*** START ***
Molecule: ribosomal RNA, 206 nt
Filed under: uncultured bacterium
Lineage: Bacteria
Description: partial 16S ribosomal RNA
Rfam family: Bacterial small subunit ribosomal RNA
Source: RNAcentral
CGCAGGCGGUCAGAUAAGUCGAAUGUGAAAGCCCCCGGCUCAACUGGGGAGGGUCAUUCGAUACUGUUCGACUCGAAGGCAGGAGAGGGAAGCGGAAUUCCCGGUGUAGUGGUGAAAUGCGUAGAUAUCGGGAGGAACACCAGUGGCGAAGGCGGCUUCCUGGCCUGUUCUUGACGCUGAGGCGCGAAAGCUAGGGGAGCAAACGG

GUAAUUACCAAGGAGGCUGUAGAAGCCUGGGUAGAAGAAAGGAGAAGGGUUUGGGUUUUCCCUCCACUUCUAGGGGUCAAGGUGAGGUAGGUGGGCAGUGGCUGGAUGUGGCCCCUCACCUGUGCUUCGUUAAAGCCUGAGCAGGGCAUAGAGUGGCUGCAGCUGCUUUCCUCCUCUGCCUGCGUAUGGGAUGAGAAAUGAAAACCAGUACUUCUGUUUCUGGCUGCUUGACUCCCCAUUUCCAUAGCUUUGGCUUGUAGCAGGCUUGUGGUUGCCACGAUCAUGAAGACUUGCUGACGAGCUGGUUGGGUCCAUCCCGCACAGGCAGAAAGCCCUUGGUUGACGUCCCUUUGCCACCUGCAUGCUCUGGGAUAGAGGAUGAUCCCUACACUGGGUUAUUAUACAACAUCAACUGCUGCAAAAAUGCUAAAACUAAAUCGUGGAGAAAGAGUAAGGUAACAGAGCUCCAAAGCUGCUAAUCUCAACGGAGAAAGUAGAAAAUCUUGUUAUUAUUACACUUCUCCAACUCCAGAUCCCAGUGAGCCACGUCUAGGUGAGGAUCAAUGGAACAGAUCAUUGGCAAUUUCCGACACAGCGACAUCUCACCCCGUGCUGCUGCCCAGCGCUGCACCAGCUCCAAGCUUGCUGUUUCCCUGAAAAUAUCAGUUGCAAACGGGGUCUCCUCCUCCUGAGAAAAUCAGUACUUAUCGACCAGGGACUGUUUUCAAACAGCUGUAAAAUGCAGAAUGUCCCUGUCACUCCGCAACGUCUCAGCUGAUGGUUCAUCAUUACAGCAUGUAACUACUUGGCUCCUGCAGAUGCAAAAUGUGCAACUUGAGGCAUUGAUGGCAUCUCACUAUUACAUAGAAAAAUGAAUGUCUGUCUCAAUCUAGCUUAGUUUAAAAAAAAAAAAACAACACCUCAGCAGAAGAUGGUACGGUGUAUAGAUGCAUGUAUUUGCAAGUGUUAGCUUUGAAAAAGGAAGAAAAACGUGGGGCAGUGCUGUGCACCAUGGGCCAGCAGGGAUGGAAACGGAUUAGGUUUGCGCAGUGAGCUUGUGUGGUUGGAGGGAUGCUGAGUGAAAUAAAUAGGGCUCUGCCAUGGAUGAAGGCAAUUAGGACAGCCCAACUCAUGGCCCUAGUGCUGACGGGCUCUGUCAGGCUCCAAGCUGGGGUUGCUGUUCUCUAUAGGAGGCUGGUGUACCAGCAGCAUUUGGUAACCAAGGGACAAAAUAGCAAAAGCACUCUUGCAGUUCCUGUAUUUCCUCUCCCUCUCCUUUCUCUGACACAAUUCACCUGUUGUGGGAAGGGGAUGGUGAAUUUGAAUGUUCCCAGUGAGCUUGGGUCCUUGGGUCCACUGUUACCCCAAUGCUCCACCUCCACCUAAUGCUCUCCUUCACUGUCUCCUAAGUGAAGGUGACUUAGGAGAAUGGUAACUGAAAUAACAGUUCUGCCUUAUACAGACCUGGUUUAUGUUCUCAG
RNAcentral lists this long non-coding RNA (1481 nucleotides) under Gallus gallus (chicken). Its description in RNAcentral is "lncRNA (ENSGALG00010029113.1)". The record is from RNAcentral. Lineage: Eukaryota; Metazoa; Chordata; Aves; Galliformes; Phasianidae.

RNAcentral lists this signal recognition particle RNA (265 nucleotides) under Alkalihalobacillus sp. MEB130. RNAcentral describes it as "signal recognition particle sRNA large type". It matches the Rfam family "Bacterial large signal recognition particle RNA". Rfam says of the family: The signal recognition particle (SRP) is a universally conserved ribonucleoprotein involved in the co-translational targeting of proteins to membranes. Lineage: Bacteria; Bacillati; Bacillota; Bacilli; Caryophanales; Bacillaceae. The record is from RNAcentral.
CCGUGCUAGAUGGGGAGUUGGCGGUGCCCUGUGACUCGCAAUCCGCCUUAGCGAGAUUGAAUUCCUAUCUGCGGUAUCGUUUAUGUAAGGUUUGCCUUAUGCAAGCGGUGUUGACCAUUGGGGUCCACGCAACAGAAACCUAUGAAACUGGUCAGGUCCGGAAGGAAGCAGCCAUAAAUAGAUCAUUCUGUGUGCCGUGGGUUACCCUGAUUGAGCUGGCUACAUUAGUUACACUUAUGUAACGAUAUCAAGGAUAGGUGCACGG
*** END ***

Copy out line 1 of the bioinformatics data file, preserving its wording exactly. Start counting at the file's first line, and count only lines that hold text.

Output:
Molecule: ribosomal RNA, 206 nt